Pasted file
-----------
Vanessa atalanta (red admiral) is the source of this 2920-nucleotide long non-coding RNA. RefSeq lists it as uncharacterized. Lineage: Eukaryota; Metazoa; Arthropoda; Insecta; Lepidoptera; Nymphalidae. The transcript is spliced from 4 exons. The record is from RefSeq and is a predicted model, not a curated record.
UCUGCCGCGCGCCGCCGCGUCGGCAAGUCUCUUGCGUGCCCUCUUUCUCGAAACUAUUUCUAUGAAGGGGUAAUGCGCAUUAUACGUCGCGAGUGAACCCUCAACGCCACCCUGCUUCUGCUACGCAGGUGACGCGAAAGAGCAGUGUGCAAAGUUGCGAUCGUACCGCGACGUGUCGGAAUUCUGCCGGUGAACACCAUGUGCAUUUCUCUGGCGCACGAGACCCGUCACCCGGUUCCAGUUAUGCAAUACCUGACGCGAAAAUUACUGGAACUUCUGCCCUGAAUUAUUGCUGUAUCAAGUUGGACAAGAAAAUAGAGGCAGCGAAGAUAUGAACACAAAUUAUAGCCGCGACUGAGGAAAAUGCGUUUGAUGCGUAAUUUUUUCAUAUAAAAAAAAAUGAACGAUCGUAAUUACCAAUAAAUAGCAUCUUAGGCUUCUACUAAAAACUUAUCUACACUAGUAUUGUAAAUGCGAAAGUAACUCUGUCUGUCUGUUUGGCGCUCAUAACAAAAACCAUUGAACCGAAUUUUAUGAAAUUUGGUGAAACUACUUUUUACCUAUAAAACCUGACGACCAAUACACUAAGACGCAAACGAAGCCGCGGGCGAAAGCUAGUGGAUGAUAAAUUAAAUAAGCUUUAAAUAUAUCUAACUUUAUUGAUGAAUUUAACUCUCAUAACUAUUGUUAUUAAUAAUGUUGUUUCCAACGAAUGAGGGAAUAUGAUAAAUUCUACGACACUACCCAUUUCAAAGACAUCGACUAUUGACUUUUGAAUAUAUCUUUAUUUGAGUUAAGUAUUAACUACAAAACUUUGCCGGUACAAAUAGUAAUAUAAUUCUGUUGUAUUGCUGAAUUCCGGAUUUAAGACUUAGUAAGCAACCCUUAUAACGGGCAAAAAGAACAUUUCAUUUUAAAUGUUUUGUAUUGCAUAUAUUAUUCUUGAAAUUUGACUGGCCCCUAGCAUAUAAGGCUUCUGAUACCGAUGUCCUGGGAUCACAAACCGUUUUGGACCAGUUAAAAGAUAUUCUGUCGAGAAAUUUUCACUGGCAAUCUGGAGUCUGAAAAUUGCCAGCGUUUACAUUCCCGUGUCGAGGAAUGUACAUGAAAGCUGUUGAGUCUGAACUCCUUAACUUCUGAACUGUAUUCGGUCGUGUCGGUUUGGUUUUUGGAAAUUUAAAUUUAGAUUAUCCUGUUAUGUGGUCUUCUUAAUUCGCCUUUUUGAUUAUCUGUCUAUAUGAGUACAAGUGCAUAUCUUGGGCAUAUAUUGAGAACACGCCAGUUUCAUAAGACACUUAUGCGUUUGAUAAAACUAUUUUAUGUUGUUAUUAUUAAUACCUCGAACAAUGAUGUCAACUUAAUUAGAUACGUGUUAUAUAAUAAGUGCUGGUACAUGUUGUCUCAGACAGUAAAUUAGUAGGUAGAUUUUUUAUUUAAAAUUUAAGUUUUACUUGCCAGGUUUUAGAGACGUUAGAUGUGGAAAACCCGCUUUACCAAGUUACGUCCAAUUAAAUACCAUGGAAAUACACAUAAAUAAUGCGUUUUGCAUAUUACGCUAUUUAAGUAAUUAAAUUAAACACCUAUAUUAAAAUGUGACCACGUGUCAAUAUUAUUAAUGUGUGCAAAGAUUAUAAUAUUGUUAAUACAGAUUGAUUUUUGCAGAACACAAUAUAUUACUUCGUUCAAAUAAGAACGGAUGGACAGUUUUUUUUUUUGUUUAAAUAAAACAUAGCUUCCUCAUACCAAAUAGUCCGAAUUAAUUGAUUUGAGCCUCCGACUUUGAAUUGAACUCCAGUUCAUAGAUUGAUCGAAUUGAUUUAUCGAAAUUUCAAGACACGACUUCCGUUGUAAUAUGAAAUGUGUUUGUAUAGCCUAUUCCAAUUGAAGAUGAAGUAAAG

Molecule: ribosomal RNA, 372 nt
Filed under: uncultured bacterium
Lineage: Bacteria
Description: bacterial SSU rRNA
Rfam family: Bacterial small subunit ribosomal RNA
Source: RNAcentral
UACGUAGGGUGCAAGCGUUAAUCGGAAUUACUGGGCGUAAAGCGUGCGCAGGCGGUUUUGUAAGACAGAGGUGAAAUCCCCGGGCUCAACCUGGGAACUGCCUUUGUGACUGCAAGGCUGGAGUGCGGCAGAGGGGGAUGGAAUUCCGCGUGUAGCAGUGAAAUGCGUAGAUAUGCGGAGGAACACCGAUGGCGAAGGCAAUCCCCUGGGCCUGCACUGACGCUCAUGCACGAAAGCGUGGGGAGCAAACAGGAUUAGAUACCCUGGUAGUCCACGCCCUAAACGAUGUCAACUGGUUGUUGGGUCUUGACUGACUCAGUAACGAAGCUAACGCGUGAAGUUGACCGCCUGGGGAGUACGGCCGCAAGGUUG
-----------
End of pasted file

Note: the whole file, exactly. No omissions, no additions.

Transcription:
Vanessa atalanta (red admiral) is the source of this 2920-nucleotide long non-coding RNA. RefSeq lists it as uncharacterized. Lineage: Eukaryota; Metazoa; Arthropoda; Insecta; Lepidoptera; Nymphalidae. The transcript is spliced from 4 exons. The record is from RefSeq and is a predicted model, not a curated record.
UCUGCCGCGCGCCGCCGCGUCGGCAAGUCUCUUGCGUGCCCUCUUUCUCGAAACUAUUUCUAUGAAGGGGUAAUGCGCAUUAUACGUCGCGAGUGAACCCUCAACGCCACCCUGCUUCUGCUACGCAGGUGACGCGAAAGAGCAGUGUGCAAAGUUGCGAUCGUACCGCGACGUGUCGGAAUUCUGCCGGUGAACACCAUGUGCAUUUCUCUGGCGCACGAGACCCGUCACCCGGUUCCAGUUAUGCAAUACCUGACGCGAAAAUUACUGGAACUUCUGCCCUGAAUUAUUGCUGUAUCAAGUUGGACAAGAAAAUAGAGGCAGCGAAGAUAUGAACACAAAUUAUAGCCGCGACUGAGGAAAAUGCGUUUGAUGCGUAAUUUUUUCAUAUAAAAAAAAAUGAACGAUCGUAAUUACCAAUAAAUAGCAUCUUAGGCUUCUACUAAAAACUUAUCUACACUAGUAUUGUAAAUGCGAAAGUAACUCUGUCUGUCUGUUUGGCGCUCAUAACAAAAACCAUUGAACCGAAUUUUAUGAAAUUUGGUGAAACUACUUUUUACCUAUAAAACCUGACGACCAAUACACUAAGACGCAAACGAAGCCGCGGGCGAAAGCUAGUGGAUGAUAAAUUAAAUAAGCUUUAAAUAUAUCUAACUUUAUUGAUGAAUUUAACUCUCAUAACUAUUGUUAUUAAUAAUGUUGUUUCCAACGAAUGAGGGAAUAUGAUAAAUUCUACGACACUACCCAUUUCAAAGACAUCGACUAUUGACUUUUGAAUAUAUCUUUAUUUGAGUUAAGUAUUAACUACAAAACUUUGCCGGUACAAAUAGUAAUAUAAUUCUGUUGUAUUGCUGAAUUCCGGAUUUAAGACUUAGUAAGCAACCCUUAUAACGGGCAAAAAGAACAUUUCAUUUUAAAUGUUUUGUAUUGCAUAUAUUAUUCUUGAAAUUUGACUGGCCCCUAGCAUAUAAGGCUUCUGAUACCGAUGUCCUGGGAUCACAAACCGUUUUGGACCAGUUAAAAGAUAUUCUGUCGAGAAAUUUUCACUGGCAAUCUGGAGUCUGAAAAUUGCCAGCGUUUACAUUCCCGUGUCGAGGAAUGUACAUGAAAGCUGUUGAGUCUGAACUCCUUAACUUCUGAACUGUAUUCGGUCGUGUCGGUUUGGUUUUUGGAAAUUUAAAUUUAGAUUAUCCUGUUAUGUGGUCUUCUUAAUUCGCCUUUUUGAUUAUCUGUCUAUAUGAGUACAAGUGCAUAUCUUGGGCAUAUAUUGAGAACACGCCAGUUUCAUAAGACACUUAUGCGUUUGAUAAAACUAUUUUAUGUUGUUAUUAUUAAUACCUCGAACAAUGAUGUCAACUUAAUUAGAUACGUGUUAUAUAAUAAGUGCUGGUACAUGUUGUCUCAGACAGUAAAUUAGUAGGUAGAUUUUUUAUUUAAAAUUUAAGUUUUACUUGCCAGGUUUUAGAGACGUUAGAUGUGGAAAACCCGCUUUACCAAGUUACGUCCAAUUAAAUACCAUGGAAAUACACAUAAAUAAUGCGUUUUGCAUAUUACGCUAUUUAAGUAAUUAAAUUAAACACCUAUAUUAAAAUGUGACCACGUGUCAAUAUUAUUAAUGUGUGCAAAGAUUAUAAUAUUGUUAAUACAGAUUGAUUUUUGCAGAACACAAUAUAUUACUUCGUUCAAAUAAGAACGGAUGGACAGUUUUUUUUUUUGUUUAAAUAAAACAUAGCUUCCUCAUACCAAAUAGUCCGAAUUAAUUGAUUUGAGCCUCCGACUUUGAAUUGAACUCCAGUUCAUAGAUUGAUCGAAUUGAUUUAUCGAAAUUUCAAGACACGACUUCCGUUGUAAUAUGAAAUGUGUUUGUAUAGCCUAUUCCAAUUGAAGAUGAAGUAAAG

Molecule: ribosomal RNA, 372 nt
Filed under: uncultured bacterium
Lineage: Bacteria
Description: bacterial SSU rRNA
Rfam family: Bacterial small subunit ribosomal RNA
Source: RNAcentral
UACGUAGGGUGCAAGCGUUAAUCGGAAUUACUGGGCGUAAAGCGUGCGCAGGCGGUUUUGUAAGACAGAGGUGAAAUCCCCGGGCUCAACCUGGGAACUGCCUUUGUGACUGCAAGGCUGGAGUGCGGCAGAGGGGGAUGGAAUUCCGCGUGUAGCAGUGAAAUGCGUAGAUAUGCGGAGGAACACCGAUGGCGAAGGCAAUCCCCUGGGCCUGCACUGACGCUCAUGCACGAAAGCGUGGGGAGCAAACAGGAUUAGAUACCCUGGUAGUCCACGCCCUAAACGAUGUCAACUGGUUGUUGGGUCUUGACUGACUCAGUAACGAAGCUAACGCGUGAAGUUGACCGCCUGGGGAGUACGGCCGCAAGGUUG